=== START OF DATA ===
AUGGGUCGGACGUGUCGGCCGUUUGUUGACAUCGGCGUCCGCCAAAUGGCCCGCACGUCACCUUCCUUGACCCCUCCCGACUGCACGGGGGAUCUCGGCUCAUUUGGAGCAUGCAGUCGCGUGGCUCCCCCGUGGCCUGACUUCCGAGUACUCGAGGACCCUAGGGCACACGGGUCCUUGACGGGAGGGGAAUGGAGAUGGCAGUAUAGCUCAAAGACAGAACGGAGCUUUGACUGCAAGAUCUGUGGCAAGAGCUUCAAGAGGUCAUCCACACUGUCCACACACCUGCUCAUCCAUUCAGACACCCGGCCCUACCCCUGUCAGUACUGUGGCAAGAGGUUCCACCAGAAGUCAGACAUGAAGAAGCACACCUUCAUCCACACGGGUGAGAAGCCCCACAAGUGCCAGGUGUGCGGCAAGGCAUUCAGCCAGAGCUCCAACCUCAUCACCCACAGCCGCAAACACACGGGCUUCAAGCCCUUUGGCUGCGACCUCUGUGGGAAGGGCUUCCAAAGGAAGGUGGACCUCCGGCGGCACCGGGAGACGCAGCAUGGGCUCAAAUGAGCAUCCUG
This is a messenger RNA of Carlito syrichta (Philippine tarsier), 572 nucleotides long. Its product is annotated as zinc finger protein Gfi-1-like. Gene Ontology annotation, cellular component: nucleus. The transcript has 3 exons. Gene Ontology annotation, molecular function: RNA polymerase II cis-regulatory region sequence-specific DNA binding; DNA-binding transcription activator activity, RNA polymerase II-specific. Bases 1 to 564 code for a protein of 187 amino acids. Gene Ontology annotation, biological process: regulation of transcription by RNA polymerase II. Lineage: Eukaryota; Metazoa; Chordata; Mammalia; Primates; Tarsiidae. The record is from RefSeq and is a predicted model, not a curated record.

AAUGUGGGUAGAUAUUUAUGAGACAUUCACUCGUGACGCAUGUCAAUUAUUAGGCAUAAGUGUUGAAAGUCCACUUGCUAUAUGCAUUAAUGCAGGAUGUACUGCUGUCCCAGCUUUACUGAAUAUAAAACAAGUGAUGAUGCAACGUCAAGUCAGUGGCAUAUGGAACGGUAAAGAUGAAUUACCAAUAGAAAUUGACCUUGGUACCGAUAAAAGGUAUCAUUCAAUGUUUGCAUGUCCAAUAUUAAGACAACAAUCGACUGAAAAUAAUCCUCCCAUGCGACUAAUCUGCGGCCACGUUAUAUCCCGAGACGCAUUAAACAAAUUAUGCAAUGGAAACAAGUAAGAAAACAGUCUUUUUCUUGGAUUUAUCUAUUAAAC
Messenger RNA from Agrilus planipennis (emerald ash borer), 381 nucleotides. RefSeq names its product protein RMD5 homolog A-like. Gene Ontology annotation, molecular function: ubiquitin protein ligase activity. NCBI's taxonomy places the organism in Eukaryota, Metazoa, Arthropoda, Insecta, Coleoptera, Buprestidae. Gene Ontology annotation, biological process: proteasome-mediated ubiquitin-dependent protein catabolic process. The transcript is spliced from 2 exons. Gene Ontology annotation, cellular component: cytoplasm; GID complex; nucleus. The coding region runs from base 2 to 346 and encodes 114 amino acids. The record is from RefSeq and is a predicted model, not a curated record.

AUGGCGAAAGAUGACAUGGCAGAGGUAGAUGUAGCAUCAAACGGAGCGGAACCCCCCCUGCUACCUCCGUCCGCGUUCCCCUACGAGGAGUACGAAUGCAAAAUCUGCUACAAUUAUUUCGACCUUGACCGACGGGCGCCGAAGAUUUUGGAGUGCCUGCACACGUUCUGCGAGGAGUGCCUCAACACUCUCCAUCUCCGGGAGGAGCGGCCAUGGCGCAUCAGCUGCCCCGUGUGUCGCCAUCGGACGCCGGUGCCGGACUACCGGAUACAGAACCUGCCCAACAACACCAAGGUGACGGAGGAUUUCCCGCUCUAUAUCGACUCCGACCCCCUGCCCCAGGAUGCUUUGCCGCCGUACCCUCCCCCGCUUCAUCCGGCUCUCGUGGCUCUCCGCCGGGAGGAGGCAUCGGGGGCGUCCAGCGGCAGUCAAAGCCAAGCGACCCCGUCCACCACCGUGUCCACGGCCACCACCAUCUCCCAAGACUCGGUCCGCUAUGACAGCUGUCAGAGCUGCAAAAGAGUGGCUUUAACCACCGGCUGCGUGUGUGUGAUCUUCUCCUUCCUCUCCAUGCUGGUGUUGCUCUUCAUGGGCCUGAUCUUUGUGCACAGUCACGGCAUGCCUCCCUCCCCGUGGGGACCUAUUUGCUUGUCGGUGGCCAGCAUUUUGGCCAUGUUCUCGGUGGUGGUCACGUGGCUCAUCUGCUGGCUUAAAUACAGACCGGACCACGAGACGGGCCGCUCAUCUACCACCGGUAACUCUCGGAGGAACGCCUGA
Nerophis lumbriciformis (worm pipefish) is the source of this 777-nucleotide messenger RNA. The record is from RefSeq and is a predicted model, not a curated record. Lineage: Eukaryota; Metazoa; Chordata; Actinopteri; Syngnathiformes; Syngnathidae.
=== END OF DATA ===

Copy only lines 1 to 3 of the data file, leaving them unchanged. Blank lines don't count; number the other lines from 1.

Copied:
AUGGGUCGGACGUGUCGGCCGUUUGUUGACAUCGGCGUCCGCCAAAUGGCCCGCACGUCACCUUCCUUGACCCCUCCCGACUGCACGGGGGAUCUCGGCUCAUUUGGAGCAUGCAGUCGCGUGGCUCCCCCGUGGCCUGACUUCCGAGUACUCGAGGACCCUAGGGCACACGGGUCCUUGACGGGAGGGGAAUGGAGAUGGCAGUAUAGCUCAAAGACAGAACGGAGCUUUGACUGCAAGAUCUGUGGCAAGAGCUUCAAGAGGUCAUCCACACUGUCCACACACCUGCUCAUCCAUUCAGACACCCGGCCCUACCCCUGUCAGUACUGUGGCAAGAGGUUCCACCAGAAGUCAGACAUGAAGAAGCACACCUUCAUCCACACGGGUGAGAAGCCCCACAAGUGCCAGGUGUGCGGCAAGGCAUUCAGCCAGAGCUCCAACCUCAUCACCCACAGCCGCAAACACACGGGCUUCAAGCCCUUUGGCUGCGACCUCUGUGGGAAGGGCUUCCAAAGGAAGGUGGACCUCCGGCGGCACCGGGAGACGCAGCAUGGGCUCAAAUGAGCAUCCUG
This is a messenger RNA of Carlito syrichta (Philippine tarsier), 572 nucleotides long. Its product is annotated as zinc finger protein Gfi-1-like. Gene Ontology annotation, cellular component: nucleus. The transcript has 3 exons. Gene Ontology annotation, molecular function: RNA polymerase II cis-regulatory region sequence-specific DNA binding; DNA-binding transcription activator activity, RNA polymerase II-specific. Bases 1 to 564 code for a protein of 187 amino acids. Gene Ontology annotation, biological process: regulation of transcription by RNA polymerase II. Lineage: Eukaryota; Metazoa; Chordata; Mammalia; Primates; Tarsiidae. The record is from RefSeq and is a predicted model, not a curated record.

AAUGUGGGUAGAUAUUUAUGAGACAUUCACUCGUGACGCAUGUCAAUUAUUAGGCAUAAGUGUUGAAAGUCCACUUGCUAUAUGCAUUAAUGCAGGAUGUACUGCUGUCCCAGCUUUACUGAAUAUAAAACAAGUGAUGAUGCAACGUCAAGUCAGUGGCAUAUGGAACGGUAAAGAUGAAUUACCAAUAGAAAUUGACCUUGGUACCGAUAAAAGGUAUCAUUCAAUGUUUGCAUGUCCAAUAUUAAGACAACAAUCGACUGAAAAUAAUCCUCCCAUGCGACUAAUCUGCGGCCACGUUAUAUCCCGAGACGCAUUAAACAAAUUAUGCAAUGGAAACAAGUAAGAAAACAGUCUUUUUCUUGGAUUUAUCUAUUAAAC